State law requires those cities and towns with planning commissions to adopt local comprehensive plans containing several elements. The law, written to provide for broad-based resident participation in shaping future development, does not specify how the plans should cover the elements, leaving local governments to pursue them in a way that best meets communities' needs. This list gives examples of how cities and towns have incorporated the elements into their plans.
This considers the existing population and anticipated growth as well as demographic specifics, like the size and number of households, education levels and income. The population discussion in Rock Hill's comprehensive plan notes that it has shown the third-highest growth rate of any city in the Charlotte area with a projection of 73,000 residents by 2020.
Economic development element
This takes into account the characteristics of the available workforce, available employment and other aspects impacting the local economy. Useful considerations can be manufacturing, tourism or revitalization. Fort Mill's comprehensive plan breaks down the percentage of employment for each sector in its planning area and inventories the area's business parks, retail centers and available commercial land tracts.
Natural resources element
What kind of water bodies, agricultural and forest land, wildlife habitats, and recreation areas does the area have? Among its other details, the resources section of James Island's comprehensive plan gives specifics on the wood stork, a federally endangered species that is "tightly associated with James Island" and roosts in trees along tidal marshes and waterways.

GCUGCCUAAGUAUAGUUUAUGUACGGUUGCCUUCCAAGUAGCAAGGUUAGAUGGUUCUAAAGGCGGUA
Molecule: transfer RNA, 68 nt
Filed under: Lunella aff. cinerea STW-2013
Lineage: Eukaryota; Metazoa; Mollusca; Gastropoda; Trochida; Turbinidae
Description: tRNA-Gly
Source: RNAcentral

Cultural resources element
These can be historic buildings and sites; unique commercial, residential or natural areas; as well as educational, religious or entertainment institutions. Cheraw's comprehensive plan discusses such assets as the Cheraw Historic District, the iconic, circa-1770 Old St. David's Church, as well as the Cheraw Spring Festival and SC Jazz Festival.
Community facilities element
Community facilities include many assets necessary for development, like water, sewer and wastewater services; solid waste disposal; as well as medical, governmental and educational facilities. The comprehensive plan for Travelers Rest notes that the new Municipal Services Complex, opened in 2018, would allow for easier and more efficient city services, located in a park that serves as the southern anchor for downtown and connects with the Swamp Rabbit Trail.
What are the locations, types, ages and conditions of existing housing? How many are owner-occupied or renter-occupied? What is the cost of developing a sufficient amount of affordable housing, and what regulations may prevent that? Greer's 2015 five-year update to its comprehensive plan analyzed mortgage costs against income, finding that the percentages of residents paying 30 percent or more of income on their homes was approximately the same as the state average.
Land use element
How much land is available for residential, commercial, industrial and other activities? The land use maps featured in Walterboro's comprehensive plan included a version overlaid on a National Wetlands Inventory map as well as a map of potential growth for both mixed use and industrial use.
This considers road improvements and construction as well as pedestrian and bicycle projects. Charleston's Century V comprehensive plan tackles transportation challenges for a city situated on five separated land bodies with discussions of single-vehicle and public transportation, commuter rail and water taxi routes.
Priority investment element
This is an analysis of projected federal, state and local funds for infrastructure and facilities in the next decade, and recommended projects for those funds. The City of Greenwood and Greenwood County have an integrated comprehensive plan, and many of the city and county projects listed in that plan appeared on the project list for a successful Capital Projects Sales Tax referendum in 2016.
Learn more in the Municipal Association's Comprehensive Planning Guide for Local Governments.